As someone interested in both books and art, I’ve always been easily seduced by a striking cover design, a beautifully executed book jacket. (I know, I know: never judge a book by its cover. I assure you–no judgment is involved! Though a tinge of envy might be….)
Book covers at their very best are eye-catching, but not randomly so. More than just a pretty face, covers that are a cut above the rest manage to capture their books’ essence, communicating at a glance a unique something that makes you choose that story from among all the others on the shelf.
I’ve long been curious about the how behind this aesthetic component of the book-making process. How exactly does one distill thousands of words, hundreds of pages, and a multitude of themes, plot points, and characters into a single image? How does a designer create a cover that fulfills a trilogy of pretty critical functions: producing aesthetic impact; succinctly communicating story; and generating sales via customer attraction?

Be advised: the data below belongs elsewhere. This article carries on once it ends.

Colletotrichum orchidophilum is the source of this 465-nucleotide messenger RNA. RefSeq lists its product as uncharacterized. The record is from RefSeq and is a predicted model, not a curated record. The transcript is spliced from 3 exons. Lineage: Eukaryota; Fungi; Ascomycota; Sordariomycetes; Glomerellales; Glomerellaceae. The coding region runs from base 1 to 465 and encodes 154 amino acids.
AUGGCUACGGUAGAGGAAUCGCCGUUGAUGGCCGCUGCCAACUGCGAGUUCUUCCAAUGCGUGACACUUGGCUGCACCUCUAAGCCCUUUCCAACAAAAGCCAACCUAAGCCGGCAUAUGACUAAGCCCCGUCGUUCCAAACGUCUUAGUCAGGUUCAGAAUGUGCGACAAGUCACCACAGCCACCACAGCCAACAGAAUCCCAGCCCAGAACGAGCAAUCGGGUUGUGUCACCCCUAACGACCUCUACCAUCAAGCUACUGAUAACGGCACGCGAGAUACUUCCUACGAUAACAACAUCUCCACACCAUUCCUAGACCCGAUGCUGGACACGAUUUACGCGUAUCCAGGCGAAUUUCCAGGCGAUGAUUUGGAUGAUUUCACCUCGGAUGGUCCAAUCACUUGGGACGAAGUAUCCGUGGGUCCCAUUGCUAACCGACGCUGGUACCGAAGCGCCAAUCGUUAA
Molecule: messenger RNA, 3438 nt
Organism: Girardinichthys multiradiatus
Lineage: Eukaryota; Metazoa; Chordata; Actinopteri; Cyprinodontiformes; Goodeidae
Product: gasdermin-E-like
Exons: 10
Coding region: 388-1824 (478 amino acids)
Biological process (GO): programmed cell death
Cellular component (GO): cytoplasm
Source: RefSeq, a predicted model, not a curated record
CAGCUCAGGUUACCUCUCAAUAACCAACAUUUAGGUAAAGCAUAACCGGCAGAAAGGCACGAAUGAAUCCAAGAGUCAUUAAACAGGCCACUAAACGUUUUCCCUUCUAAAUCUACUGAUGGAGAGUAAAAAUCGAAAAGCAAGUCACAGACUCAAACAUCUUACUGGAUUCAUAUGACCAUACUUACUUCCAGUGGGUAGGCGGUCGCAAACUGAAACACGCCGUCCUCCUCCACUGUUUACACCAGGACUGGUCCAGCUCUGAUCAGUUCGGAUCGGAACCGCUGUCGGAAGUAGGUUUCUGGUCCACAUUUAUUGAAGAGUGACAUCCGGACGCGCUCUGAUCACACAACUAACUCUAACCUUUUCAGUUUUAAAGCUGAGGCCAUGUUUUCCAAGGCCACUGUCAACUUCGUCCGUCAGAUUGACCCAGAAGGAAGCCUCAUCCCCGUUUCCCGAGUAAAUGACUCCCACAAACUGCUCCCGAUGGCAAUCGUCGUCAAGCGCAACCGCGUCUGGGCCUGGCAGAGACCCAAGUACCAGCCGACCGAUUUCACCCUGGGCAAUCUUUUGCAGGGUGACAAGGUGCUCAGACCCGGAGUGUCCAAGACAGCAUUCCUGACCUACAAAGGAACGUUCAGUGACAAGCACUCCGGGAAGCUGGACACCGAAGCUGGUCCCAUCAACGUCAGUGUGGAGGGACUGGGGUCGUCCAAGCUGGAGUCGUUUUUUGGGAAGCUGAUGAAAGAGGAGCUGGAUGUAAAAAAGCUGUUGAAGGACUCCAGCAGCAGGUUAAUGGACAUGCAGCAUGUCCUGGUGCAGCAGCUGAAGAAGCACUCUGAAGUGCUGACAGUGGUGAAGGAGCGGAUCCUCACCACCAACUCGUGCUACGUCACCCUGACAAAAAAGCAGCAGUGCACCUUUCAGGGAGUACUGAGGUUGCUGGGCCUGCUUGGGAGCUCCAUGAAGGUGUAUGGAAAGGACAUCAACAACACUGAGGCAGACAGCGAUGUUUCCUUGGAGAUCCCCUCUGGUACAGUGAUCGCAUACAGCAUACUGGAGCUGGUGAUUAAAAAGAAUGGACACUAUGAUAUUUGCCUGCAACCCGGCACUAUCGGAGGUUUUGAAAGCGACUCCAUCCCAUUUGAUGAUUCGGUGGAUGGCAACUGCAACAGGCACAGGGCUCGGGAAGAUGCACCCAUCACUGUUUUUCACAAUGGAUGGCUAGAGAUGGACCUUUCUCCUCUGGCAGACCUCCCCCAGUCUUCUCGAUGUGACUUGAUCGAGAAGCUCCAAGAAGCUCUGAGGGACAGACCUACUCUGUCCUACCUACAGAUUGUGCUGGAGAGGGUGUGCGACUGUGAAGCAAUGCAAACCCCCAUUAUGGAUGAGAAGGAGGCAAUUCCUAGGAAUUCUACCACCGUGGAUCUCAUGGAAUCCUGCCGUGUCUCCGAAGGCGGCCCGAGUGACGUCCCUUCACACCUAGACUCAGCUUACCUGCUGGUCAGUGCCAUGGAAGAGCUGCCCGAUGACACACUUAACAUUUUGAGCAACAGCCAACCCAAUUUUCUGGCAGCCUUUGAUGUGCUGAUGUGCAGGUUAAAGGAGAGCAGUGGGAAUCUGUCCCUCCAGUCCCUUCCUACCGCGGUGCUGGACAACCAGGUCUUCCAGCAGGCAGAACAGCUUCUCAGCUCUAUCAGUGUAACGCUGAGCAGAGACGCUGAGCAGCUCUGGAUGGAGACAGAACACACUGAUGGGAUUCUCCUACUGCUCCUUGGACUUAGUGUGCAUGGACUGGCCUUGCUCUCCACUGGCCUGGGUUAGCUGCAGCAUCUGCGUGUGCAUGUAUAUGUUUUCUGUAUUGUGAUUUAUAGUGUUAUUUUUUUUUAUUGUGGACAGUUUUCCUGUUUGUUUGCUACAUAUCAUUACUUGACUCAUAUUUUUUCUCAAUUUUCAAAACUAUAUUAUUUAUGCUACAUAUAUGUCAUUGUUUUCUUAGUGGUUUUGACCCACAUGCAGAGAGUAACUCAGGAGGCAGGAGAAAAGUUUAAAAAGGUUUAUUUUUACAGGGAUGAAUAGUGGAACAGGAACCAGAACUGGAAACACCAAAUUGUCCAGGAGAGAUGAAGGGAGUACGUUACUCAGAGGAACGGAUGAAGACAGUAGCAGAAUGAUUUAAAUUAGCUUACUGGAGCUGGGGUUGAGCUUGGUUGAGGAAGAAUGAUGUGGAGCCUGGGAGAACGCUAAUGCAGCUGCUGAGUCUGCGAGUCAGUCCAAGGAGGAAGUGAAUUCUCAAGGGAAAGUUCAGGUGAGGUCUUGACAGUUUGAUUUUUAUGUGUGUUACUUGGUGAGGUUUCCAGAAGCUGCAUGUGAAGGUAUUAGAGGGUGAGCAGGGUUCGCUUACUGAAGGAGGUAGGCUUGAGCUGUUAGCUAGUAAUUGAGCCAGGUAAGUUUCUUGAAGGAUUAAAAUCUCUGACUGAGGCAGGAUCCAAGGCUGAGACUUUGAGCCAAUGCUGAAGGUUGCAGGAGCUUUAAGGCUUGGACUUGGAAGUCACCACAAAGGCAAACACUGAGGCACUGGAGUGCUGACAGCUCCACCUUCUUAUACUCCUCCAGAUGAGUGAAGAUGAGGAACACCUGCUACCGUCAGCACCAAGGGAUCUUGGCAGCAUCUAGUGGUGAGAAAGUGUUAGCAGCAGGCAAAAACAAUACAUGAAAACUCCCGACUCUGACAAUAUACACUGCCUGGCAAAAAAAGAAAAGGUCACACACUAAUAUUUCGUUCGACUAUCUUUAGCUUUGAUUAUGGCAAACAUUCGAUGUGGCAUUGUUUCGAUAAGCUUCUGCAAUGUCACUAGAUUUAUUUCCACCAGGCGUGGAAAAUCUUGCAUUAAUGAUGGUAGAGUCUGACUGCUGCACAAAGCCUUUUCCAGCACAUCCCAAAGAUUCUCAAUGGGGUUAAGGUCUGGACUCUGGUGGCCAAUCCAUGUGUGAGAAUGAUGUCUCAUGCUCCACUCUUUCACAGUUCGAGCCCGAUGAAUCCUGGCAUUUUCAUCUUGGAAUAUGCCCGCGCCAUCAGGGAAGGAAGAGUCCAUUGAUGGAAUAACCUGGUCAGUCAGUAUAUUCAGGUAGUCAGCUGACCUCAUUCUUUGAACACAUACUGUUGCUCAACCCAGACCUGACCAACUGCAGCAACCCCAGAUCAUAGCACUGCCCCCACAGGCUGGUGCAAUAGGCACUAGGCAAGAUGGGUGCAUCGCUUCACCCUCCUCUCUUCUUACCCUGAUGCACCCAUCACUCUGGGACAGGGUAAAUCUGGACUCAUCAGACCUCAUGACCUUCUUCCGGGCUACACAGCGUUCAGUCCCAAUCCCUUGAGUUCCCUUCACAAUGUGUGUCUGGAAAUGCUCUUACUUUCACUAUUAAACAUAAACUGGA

So imagine my delight when I stumbled onto “Cover Story,” Publishers Weekly‘s new column focusing on “the art and science of book-jacket design, and the evolution from early concept to finished product.” The first installment of this column features the design process behind the cover for Lionel Shriver’s near-future novel, The Mandibles: A Family, 2029-2047. Despite my lack of familiarity with the novel, I found this inside peek into the bookish art world an intriguing one. So if you’re a curious cat like me, look no further: here you can scratch that inquisitive itch.